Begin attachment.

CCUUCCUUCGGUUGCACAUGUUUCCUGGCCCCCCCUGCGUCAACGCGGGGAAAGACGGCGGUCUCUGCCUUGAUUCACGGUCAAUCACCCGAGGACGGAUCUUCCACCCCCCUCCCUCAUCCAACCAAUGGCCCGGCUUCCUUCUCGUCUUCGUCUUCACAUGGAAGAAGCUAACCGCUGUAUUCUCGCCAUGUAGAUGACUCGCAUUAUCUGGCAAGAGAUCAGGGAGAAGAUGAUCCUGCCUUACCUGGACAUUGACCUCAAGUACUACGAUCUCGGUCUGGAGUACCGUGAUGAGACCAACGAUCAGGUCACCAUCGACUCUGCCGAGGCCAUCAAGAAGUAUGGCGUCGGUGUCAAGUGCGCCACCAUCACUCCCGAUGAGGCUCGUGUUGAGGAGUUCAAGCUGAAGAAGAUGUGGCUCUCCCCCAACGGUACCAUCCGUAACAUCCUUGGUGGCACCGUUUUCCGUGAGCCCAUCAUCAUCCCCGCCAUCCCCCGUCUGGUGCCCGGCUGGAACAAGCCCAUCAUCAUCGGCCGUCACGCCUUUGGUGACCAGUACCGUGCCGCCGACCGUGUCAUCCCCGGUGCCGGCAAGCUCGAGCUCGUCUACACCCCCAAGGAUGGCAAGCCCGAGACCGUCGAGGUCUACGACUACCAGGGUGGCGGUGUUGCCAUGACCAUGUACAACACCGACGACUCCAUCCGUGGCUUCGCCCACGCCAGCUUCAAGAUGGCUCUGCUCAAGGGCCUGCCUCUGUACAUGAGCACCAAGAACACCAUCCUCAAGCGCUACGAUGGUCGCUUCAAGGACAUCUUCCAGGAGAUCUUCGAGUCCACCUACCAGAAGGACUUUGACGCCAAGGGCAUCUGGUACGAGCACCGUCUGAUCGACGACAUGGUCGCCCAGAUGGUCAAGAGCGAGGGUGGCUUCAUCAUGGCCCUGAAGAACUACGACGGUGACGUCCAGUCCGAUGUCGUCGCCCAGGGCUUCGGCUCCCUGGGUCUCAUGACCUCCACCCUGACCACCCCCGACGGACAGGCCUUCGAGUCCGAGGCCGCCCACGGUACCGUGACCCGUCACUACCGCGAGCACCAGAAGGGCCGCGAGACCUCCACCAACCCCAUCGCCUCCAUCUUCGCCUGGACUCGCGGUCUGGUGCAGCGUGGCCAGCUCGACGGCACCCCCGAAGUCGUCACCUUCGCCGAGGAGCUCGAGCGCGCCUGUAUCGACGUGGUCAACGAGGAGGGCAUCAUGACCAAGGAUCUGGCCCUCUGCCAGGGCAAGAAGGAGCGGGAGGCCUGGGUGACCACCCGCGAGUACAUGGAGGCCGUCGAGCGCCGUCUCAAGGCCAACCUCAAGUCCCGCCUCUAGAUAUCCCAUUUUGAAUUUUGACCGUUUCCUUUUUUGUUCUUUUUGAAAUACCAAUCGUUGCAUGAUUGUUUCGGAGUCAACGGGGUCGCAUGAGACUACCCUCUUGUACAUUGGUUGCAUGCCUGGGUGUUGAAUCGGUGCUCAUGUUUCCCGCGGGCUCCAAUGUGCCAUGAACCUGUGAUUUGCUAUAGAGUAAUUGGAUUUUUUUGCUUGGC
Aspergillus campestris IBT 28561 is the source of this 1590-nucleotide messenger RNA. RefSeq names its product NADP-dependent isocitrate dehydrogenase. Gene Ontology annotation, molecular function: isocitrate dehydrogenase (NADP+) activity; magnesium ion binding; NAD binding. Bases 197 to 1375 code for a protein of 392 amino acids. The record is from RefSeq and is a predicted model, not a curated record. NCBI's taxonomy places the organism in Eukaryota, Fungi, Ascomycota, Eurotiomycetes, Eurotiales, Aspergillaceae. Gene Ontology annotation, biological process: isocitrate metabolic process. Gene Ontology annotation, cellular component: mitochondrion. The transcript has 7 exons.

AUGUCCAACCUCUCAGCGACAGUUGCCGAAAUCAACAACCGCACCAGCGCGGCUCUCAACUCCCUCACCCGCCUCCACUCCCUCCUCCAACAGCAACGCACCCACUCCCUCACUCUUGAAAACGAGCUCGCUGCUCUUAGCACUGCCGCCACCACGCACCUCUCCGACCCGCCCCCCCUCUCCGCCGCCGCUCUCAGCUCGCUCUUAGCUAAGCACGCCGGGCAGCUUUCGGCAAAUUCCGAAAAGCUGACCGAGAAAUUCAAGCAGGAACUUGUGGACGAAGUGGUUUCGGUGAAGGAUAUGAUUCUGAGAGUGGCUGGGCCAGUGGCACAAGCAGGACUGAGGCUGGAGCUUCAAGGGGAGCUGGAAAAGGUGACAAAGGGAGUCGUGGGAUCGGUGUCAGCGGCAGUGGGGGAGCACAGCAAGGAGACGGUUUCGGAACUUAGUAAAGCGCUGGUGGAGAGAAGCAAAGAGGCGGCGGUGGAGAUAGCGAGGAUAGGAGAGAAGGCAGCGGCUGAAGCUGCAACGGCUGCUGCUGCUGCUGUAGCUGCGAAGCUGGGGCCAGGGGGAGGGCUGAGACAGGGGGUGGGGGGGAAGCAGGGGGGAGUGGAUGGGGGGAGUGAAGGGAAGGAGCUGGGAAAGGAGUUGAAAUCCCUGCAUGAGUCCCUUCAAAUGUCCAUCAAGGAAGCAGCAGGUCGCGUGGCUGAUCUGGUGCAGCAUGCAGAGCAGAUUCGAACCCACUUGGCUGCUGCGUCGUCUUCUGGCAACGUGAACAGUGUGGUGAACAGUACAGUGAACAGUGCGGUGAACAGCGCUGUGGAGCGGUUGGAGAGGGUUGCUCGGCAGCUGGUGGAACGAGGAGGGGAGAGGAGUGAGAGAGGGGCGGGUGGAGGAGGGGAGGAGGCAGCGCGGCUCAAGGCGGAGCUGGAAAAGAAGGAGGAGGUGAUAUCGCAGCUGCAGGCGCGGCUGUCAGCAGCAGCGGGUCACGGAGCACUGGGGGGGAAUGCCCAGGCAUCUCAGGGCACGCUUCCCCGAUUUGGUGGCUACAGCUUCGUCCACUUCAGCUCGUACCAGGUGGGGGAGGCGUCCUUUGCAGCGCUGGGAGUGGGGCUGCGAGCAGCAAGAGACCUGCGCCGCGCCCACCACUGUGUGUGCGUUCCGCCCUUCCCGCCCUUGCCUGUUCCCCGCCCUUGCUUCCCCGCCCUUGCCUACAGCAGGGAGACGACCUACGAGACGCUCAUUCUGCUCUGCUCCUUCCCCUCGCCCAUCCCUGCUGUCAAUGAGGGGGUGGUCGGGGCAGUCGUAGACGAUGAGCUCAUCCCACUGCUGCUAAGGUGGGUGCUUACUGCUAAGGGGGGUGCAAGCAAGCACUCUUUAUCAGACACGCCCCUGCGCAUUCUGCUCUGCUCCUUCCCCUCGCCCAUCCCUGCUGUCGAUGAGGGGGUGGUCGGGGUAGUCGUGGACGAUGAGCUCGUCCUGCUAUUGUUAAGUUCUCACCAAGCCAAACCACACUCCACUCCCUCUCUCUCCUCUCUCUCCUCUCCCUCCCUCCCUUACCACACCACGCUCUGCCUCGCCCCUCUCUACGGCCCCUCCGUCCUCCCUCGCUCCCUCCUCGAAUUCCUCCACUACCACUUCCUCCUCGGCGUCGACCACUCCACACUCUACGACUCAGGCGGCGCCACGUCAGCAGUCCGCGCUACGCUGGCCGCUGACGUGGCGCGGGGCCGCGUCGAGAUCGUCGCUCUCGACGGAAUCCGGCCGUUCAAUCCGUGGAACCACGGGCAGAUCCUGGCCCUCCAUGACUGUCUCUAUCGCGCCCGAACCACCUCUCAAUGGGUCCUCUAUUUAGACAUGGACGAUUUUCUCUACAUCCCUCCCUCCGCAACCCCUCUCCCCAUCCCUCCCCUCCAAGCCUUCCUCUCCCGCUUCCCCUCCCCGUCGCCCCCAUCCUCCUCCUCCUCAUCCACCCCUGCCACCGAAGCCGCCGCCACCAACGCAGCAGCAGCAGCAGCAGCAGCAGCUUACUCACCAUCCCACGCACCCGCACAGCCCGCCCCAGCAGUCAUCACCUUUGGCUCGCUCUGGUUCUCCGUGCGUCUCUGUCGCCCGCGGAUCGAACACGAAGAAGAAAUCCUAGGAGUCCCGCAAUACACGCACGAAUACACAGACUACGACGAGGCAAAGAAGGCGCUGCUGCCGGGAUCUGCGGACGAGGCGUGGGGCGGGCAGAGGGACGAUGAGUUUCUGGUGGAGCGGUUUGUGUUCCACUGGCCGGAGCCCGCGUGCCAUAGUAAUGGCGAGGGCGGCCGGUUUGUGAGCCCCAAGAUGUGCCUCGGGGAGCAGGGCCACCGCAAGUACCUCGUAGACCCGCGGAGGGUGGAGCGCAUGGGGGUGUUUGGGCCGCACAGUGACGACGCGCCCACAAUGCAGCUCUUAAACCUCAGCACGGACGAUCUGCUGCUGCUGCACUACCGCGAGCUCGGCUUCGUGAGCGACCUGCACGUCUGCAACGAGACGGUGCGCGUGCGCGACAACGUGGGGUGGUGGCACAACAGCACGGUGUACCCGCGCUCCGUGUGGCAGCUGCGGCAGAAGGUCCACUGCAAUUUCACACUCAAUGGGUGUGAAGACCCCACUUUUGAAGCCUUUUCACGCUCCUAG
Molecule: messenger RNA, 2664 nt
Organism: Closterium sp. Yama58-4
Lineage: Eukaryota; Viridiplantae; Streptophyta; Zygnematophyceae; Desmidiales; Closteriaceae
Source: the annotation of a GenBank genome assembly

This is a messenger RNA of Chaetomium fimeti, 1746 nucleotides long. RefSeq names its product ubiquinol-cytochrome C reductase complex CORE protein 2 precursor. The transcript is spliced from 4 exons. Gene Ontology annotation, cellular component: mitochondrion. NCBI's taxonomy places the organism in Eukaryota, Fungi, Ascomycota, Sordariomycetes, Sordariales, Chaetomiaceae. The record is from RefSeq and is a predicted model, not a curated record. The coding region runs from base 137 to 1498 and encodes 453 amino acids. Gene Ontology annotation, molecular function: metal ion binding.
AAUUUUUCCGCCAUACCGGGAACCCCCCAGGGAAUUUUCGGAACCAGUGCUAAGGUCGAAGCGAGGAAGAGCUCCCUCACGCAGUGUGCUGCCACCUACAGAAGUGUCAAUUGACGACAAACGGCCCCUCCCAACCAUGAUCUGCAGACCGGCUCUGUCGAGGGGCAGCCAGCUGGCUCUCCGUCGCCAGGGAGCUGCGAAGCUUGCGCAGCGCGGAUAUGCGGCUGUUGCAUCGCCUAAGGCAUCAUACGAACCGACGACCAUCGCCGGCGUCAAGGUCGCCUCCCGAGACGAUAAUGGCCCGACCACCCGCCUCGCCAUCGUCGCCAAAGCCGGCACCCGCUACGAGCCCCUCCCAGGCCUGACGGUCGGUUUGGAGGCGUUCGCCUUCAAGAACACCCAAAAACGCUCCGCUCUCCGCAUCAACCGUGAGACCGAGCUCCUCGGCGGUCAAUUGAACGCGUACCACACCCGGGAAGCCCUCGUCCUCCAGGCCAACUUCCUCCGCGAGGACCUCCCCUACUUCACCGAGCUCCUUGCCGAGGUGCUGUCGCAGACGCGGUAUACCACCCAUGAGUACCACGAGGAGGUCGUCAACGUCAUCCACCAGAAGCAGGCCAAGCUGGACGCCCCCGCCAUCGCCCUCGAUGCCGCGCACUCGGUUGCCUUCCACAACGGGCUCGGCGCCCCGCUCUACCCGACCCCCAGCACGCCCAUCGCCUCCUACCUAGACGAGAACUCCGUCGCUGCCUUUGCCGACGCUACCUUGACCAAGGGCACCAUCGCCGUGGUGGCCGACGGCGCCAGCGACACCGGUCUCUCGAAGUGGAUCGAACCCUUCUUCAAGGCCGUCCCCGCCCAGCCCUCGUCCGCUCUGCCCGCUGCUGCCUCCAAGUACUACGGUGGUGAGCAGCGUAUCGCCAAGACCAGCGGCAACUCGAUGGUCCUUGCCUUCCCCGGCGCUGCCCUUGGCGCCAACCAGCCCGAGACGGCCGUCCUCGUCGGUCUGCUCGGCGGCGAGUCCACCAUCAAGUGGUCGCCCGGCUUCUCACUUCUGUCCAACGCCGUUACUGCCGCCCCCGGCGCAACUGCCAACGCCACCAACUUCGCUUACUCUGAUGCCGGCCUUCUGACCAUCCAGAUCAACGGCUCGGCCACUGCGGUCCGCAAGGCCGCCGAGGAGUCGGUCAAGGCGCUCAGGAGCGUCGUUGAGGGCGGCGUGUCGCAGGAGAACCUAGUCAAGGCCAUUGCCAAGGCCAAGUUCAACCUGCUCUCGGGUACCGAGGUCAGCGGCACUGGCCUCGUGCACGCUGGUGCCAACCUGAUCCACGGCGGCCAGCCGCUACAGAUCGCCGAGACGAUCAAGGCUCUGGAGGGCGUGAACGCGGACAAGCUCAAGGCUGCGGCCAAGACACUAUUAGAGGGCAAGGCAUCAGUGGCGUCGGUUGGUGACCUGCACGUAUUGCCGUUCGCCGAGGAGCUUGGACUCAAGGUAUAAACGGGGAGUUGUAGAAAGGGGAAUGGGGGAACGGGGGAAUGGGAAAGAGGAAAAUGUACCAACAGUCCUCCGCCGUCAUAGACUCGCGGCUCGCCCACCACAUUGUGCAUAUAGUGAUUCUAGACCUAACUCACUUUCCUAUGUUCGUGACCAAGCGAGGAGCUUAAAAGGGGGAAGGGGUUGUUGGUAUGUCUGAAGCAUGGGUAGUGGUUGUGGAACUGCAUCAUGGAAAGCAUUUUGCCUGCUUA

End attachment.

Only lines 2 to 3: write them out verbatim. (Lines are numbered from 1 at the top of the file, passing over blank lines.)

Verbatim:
Aspergillus campestris IBT 28561 is the source of this 1590-nucleotide messenger RNA. RefSeq names its product NADP-dependent isocitrate dehydrogenase. Gene Ontology annotation, molecular function: isocitrate dehydrogenase (NADP+) activity; magnesium ion binding; NAD binding. Bases 197 to 1375 code for a protein of 392 amino acids. The record is from RefSeq and is a predicted model, not a curated record. NCBI's taxonomy places the organism in Eukaryota, Fungi, Ascomycota, Eurotiomycetes, Eurotiales, Aspergillaceae. Gene Ontology annotation, biological process: isocitrate metabolic process. Gene Ontology annotation, cellular component: mitochondrion. The transcript has 7 exons.

AUGUCCAACCUCUCAGCGACAGUUGCCGAAAUCAACAACCGCACCAGCGCGGCUCUCAACUCCCUCACCCGCCUCCACUCCCUCCUCCAACAGCAACGCACCCACUCCCUCACUCUUGAAAACGAGCUCGCUGCUCUUAGCACUGCCGCCACCACGCACCUCUCCGACCCGCCCCCCCUCUCCGCCGCCGCUCUCAGCUCGCUCUUAGCUAAGCACGCCGGGCAGCUUUCGGCAAAUUCCGAAAAGCUGACCGAGAAAUUCAAGCAGGAACUUGUGGACGAAGUGGUUUCGGUGAAGGAUAUGAUUCUGAGAGUGGCUGGGCCAGUGGCACAAGCAGGACUGAGGCUGGAGCUUCAAGGGGAGCUGGAAAAGGUGACAAAGGGAGUCGUGGGAUCGGUGUCAGCGGCAGUGGGGGAGCACAGCAAGGAGACGGUUUCGGAACUUAGUAAAGCGCUGGUGGAGAGAAGCAAAGAGGCGGCGGUGGAGAUAGCGAGGAUAGGAGAGAAGGCAGCGGCUGAAGCUGCAACGGCUGCUGCUGCUGCUGUAGCUGCGAAGCUGGGGCCAGGGGGAGGGCUGAGACAGGGGGUGGGGGGGAAGCAGGGGGGAGUGGAUGGGGGGAGUGAAGGGAAGGAGCUGGGAAAGGAGUUGAAAUCCCUGCAUGAGUCCCUUCAAAUGUCCAUCAAGGAAGCAGCAGGUCGCGUGGCUGAUCUGGUGCAGCAUGCAGAGCAGAUUCGAACCCACUUGGCUGCUGCGUCGUCUUCUGGCAACGUGAACAGUGUGGUGAACAGUACAGUGAACAGUGCGGUGAACAGCGCUGUGGAGCGGUUGGAGAGGGUUGCUCGGCAGCUGGUGGAACGAGGAGGGGAGAGGAGUGAGAGAGGGGCGGGUGGAGGAGGGGAGGAGGCAGCGCGGCUCAAGGCGGAGCUGGAAAAGAAGGAGGAGGUGAUAUCGCAGCUGCAGGCGCGGCUGUCAGCAGCAGCGGGUCACGGAGCACUGGGGGGGAAUGCCCAGGCAUCUCAGGGCACGCUUCCCCGAUUUGGUGGCUACAGCUUCGUCCACUUCAGCUCGUACCAGGUGGGGGAGGCGUCCUUUGCAGCGCUGGGAGUGGGGCUGCGAGCAGCAAGAGACCUGCGCCGCGCCCACCACUGUGUGUGCGUUCCGCCCUUCCCGCCCUUGCCUGUUCCCCGCCCUUGCUUCCCCGCCCUUGCCUACAGCAGGGAGACGACCUACGAGACGCUCAUUCUGCUCUGCUCCUUCCCCUCGCCCAUCCCUGCUGUCAAUGAGGGGGUGGUCGGGGCAGUCGUAGACGAUGAGCUCAUCCCACUGCUGCUAAGGUGGGUGCUUACUGCUAAGGGGGGUGCAAGCAAGCACUCUUUAUCAGACACGCCCCUGCGCAUUCUGCUCUGCUCCUUCCCCUCGCCCAUCCCUGCUGUCGAUGAGGGGGUGGUCGGGGUAGUCGUGGACGAUGAGCUCGUCCUGCUAUUGUUAAGUUCUCACCAAGCCAAACCACACUCCACUCCCUCUCUCUCCUCUCUCUCCUCUCCCUCCCUCCCUUACCACACCACGCUCUGCCUCGCCCCUCUCUACGGCCCCUCCGUCCUCCCUCGCUCCCUCCUCGAAUUCCUCCACUACCACUUCCUCCUCGGCGUCGACCACUCCACACUCUACGACUCAGGCGGCGCCACGUCAGCAGUCCGCGCUACGCUGGCCGCUGACGUGGCGCGGGGCCGCGUCGAGAUCGUCGCUCUCGACGGAAUCCGGCCGUUCAAUCCGUGGAACCACGGGCAGAUCCUGGCCCUCCAUGACUGUCUCUAUCGCGCCCGAACCACCUCUCAAUGGGUCCUCUAUUUAGACAUGGACGAUUUUCUCUACAUCCCUCCCUCCGCAACCCCUCUCCCCAUCCCUCCCCUCCAAGCCUUCCUCUCCCGCUUCCCCUCCCCGUCGCCCCCAUCCUCCUCCUCCUCAUCCACCCCUGCCACCGAAGCCGCCGCCACCAACGCAGCAGCAGCAGCAGCAGCAGCAGCUUACUCACCAUCCCACGCACCCGCACAGCCCGCCCCAGCAGUCAUCACCUUUGGCUCGCUCUGGUUCUCCGUGCGUCUCUGUCGCCCGCGGAUCGAACACGAAGAAGAAAUCCUAGGAGUCCCGCAAUACACGCACGAAUACACAGACUACGACGAGGCAAAGAAGGCGCUGCUGCCGGGAUCUGCGGACGAGGCGUGGGGCGGGCAGAGGGACGAUGAGUUUCUGGUGGAGCGGUUUGUGUUCCACUGGCCGGAGCCCGCGUGCCAUAGUAAUGGCGAGGGCGGCCGGUUUGUGAGCCCCAAGAUGUGCCUCGGGGAGCAGGGCCACCGCAAGUACCUCGUAGACCCGCGGAGGGUGGAGCGCAUGGGGGUGUUUGGGCCGCACAGUGACGACGCGCCCACAAUGCAGCUCUUAAACCUCAGCACGGACGAUCUGCUGCUGCUGCACUACCGCGAGCUCGGCUUCGUGAGCGACCUGCACGUCUGCAACGAGACGGUGCGCGUGCGCGACAACGUGGGGUGGUGGCACAACAGCACGGUGUACCCGCGCUCCGUGUGGCAGCUGCGGCAGAAGGUCCACUGCAAUUUCACACUCAAUGGGUGUGAAGACCCCACUUUUGAAGCCUUUUCACGCUCCUAG